We assisted him in utilising the recently established Double Tax Agreement between the UK and UAE, allowing him to draw an additional sum completely tax-free from his pot.
Part of this sum helped his daughter pay off her university fees while having enough leftover for a down payment on an apartment.
The remainder was kept in the pension to act as a shelter against UK Inheritance Tax (as he is deemed a UK domicile despite not living or working there).
Since the pension will not be required to draw down a significant regular income and, instead, be used as a vehicle to pass wealth to his next generation, the pot is reinvested with a high equity split.
The pension will therefore grow significantly and likely exceed the UK’s pension Lifetime Allowance in the next few years but will not be subject to LTA charges as he transferred to a QROPS.
The pension fund can now be passed to his beneficiaries free of UK Inheritance Tax and potentially free of Income Tax.
The client achieved exactly what he was looking to do and the performance has exceeded his expectations, ensuring that his beneficiaries will be taken care of even if he dies prematurely.
For him, a pension transfer made sense.
But, for others, it may not.
Here's what to keep in mind if you're considering a transfer...
1. Speak to an expert
Pension transfers are complex.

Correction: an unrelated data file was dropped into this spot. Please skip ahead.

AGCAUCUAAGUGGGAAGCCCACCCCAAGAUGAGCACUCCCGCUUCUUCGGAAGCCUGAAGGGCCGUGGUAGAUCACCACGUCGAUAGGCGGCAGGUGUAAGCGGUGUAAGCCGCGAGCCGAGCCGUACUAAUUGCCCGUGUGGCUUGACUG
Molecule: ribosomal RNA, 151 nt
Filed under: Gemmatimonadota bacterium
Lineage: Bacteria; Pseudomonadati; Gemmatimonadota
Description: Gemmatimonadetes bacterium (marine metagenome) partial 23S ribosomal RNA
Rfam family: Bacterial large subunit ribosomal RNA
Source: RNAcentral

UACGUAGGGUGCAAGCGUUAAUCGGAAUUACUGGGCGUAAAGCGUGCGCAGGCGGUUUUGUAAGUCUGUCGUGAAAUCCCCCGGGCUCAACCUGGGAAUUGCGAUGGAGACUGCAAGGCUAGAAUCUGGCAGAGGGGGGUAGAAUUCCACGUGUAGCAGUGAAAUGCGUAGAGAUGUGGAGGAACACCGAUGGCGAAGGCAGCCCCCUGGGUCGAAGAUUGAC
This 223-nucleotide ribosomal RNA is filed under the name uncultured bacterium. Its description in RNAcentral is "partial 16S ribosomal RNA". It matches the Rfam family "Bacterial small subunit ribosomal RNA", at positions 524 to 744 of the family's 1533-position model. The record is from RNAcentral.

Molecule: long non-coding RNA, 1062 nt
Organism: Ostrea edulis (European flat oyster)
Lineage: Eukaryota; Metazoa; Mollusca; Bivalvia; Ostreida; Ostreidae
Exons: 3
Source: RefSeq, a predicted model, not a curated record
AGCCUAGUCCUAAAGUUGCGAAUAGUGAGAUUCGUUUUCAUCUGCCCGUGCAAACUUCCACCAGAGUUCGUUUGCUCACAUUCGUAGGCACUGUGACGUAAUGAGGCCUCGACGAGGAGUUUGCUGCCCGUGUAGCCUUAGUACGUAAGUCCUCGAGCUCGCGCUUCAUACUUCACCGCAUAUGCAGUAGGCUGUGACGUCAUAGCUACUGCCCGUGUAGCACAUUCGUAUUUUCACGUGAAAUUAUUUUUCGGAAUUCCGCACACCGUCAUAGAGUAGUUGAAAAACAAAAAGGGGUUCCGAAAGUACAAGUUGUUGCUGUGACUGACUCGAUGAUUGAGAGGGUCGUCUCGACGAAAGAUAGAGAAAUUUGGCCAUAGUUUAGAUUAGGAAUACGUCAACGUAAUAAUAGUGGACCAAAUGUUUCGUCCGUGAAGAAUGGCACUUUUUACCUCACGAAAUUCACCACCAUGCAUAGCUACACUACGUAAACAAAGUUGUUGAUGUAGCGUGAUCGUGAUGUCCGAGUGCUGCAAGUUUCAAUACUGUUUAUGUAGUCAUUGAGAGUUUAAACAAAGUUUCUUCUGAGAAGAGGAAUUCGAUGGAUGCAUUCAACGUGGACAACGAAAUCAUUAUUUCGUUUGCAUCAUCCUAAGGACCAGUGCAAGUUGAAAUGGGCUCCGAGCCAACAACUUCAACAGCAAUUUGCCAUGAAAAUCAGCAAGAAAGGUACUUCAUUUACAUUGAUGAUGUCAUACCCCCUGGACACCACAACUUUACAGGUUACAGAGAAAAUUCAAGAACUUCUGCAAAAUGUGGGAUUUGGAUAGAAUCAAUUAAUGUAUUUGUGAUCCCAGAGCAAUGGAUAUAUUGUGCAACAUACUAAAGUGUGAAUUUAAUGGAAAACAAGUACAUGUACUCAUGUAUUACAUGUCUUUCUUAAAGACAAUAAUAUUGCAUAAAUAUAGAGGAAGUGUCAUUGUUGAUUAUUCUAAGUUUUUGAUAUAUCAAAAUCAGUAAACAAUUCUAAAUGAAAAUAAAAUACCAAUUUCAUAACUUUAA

They are inherently risky, none more so than defined benefit pension transfers.
You have a lot to potentially lose and therefore need expert handling.
2. Understand the risks and benefits
There can be multiple reasons why you may want to transfer your pension.
It is up to you and your financial planner to have a comprehensive and detailed conversation about the risks and benefits before you make a decision that impacts your ideal future.
3. Transfer value minimums
If the transfer value of the pension being given up is more than £30,000, it has to be signed off by a regulated financial planner with the required specialisms.
Hence, by law, you are required to speak to a financial planner.
4. DB pension specialists
Ensure you choose an FCA pension transfer specialist.
And ensure you’re not dealing with an unqualified broker.
5. Search the FCA register
When you find a planner to help, by law they need to hold FCA CF30 to give you pension transfer advice.
CF30 is an FCA controlled function.
Search the FCA register to see if an individual is registered with them as an approved person first.
Then see which controlled functions (CFs) they hold.
Here’s my listing, compare it with your planner's.
6. Do your research
The firm your adviser works for also needs to have the correct permissions from the FCA.
Examine their permissions on the register, you’re looking for Advising on Pension Transfers and Opt-Out.
Here’s AES International’s listing:
And the relevant permissions:
7. Reach out and verify
Contact the company in question directly, using the details the FCA has on its register.
This will ensure you get through to the legitimate firm.
Ask them to confirm that the named planner has CF30 and is a pension transfer specialist.
8. Value of qualified specialists
There are huge sums of money involved in international pension transfers which inevitably attracts the wrong sort of interest.
If you want to avoid the risk of being missold, only deal with a qualified pension transfer specialist.
I hope this provided invaluable information on the next steps to take should you want to transfer.
If you'd like a second opinion on whether a DB pension transfer is the best solution for you and your goals, reach out.
I'm passionate about having senior international professionals like yourself who need proper guidance on how to maximise their investments.